In its initiation of coverage in July 2007, EFG-Hermes held the view that the broadband and high-bandwidth segment (both fixed-line and mobile) would lead the second wave of telecom growth after voice usage growth began to slow down. This was based on extremely low ADSL penetration levels (less than 1% for DSL) and favourable demographics. The surprisingly aggressive move on the part of the CITC to licence three new fixed-line operators proved that the Saudi regulator understood clearly that the broadband market was underpenetrated and that it was willing to take sufficient measures to increase its growth.

It is estimated that Saudi DSL subscribers grew 186% year-on-year to 623,000 subscribers as of end-2007, up from 218,000 as of end-2006. This implies a penetration rate of around 2.5% in 2007, up from 0.9% in 2006. STC had 602,704 DSL subscribers at the end of 2007, with an estimated market share of 97%. If we estimate one broadband line for each 2.5 users, this implies a user penetration rate of around 6.5%, still very low compared with the OECD average of 18.8%. Saudi Arabia lies significantly below average, even when compared with countries with similar GDP per capita.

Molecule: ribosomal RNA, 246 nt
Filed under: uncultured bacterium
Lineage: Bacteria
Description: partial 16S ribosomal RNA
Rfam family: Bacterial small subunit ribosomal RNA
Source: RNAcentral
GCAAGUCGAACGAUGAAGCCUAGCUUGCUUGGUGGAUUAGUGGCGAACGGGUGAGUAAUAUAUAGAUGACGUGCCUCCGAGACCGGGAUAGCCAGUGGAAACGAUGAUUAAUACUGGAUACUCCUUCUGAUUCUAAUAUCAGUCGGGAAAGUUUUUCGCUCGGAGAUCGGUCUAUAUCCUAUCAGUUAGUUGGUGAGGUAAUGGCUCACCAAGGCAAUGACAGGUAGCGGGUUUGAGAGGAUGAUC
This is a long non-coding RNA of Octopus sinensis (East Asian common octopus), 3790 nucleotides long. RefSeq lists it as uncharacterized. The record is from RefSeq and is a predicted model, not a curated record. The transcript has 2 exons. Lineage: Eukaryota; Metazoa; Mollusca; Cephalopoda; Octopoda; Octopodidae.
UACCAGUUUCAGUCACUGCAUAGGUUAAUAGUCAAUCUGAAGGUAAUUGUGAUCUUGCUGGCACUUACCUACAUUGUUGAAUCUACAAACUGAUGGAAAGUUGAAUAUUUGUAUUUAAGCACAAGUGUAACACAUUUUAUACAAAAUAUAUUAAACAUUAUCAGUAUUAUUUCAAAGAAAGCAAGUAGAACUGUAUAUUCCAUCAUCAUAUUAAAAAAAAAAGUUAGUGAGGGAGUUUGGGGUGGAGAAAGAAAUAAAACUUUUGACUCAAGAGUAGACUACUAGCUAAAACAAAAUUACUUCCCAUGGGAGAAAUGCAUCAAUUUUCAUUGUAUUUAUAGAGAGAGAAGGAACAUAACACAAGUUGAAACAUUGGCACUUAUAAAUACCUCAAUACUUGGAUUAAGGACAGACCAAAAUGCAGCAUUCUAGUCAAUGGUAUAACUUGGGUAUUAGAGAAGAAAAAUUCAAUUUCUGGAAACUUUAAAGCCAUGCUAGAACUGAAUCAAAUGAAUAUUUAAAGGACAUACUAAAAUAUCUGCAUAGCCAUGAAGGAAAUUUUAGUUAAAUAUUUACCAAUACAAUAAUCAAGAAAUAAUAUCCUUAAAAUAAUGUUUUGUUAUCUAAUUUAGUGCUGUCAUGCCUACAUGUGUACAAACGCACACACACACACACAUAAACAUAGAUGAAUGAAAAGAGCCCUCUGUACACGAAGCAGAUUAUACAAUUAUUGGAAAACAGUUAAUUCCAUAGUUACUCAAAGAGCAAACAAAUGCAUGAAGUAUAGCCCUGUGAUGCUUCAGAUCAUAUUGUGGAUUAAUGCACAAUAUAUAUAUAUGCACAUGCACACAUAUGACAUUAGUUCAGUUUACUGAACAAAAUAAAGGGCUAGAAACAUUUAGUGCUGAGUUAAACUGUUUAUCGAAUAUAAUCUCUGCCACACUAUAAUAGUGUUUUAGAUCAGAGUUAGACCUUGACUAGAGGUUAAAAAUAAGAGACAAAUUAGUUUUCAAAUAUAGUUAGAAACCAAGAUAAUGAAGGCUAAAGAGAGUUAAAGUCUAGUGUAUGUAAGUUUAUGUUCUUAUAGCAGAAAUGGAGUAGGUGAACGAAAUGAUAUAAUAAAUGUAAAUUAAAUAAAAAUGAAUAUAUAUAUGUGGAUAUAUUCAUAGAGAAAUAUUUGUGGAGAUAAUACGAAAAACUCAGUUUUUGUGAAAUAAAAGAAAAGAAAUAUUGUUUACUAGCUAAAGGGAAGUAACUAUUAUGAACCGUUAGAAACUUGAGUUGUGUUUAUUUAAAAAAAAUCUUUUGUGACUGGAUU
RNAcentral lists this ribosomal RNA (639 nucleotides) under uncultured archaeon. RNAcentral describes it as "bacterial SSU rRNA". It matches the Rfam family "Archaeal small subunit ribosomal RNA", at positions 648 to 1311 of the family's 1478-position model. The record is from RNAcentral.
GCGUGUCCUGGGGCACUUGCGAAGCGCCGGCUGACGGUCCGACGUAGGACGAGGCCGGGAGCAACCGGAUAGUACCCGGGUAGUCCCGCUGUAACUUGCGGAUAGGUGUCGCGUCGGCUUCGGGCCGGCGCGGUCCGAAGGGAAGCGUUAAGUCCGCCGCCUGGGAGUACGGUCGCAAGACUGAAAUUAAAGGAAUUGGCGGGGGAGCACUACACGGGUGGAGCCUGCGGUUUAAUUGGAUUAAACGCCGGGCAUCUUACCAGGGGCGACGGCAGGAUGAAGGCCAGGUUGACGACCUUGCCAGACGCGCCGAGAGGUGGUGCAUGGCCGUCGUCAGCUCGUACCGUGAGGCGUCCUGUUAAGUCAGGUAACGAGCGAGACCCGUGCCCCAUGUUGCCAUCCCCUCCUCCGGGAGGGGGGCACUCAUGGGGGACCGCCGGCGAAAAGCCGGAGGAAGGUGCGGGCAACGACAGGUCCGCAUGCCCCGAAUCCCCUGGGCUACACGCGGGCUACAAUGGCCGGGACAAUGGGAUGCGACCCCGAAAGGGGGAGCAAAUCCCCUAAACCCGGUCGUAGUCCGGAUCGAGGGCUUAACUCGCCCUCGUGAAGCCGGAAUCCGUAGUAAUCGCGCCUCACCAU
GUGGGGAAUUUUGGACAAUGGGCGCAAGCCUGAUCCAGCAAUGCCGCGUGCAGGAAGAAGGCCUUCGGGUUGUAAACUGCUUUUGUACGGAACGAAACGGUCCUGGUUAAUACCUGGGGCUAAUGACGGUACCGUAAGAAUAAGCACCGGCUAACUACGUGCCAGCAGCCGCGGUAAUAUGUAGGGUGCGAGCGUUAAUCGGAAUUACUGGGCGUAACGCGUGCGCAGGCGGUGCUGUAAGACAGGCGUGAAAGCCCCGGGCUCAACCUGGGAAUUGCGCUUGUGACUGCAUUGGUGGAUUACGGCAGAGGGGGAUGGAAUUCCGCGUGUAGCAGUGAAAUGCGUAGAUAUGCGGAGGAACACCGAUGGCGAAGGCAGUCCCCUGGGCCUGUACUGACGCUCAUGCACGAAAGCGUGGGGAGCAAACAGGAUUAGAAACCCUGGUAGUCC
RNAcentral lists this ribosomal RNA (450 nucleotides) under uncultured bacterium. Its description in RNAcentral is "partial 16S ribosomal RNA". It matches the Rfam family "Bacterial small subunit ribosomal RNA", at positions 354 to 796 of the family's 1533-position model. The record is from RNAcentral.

The the number of broadband subscribers should exceed 1 million in 2008 and 2 million in 2009, when all three new fixed-line licensees will have become operational. STC intensified its efforts over the past few months to assert its presence in the market prior to the arrival of the competition through a number of offers and promotions, including decreasing monthly DSL subscription rates by 17% to 26%, increasing the speeds available in preparation for more advanced services and eliminating connection fees when installing new landlines.

Mobily, on the other hand, is focusing increasingly on wireless broadband services to ensure a place in the burgeoning segment; its acquisition of data-service provider Bayanat al-Oula after it failed to obtain a fixed line licence is a case in point.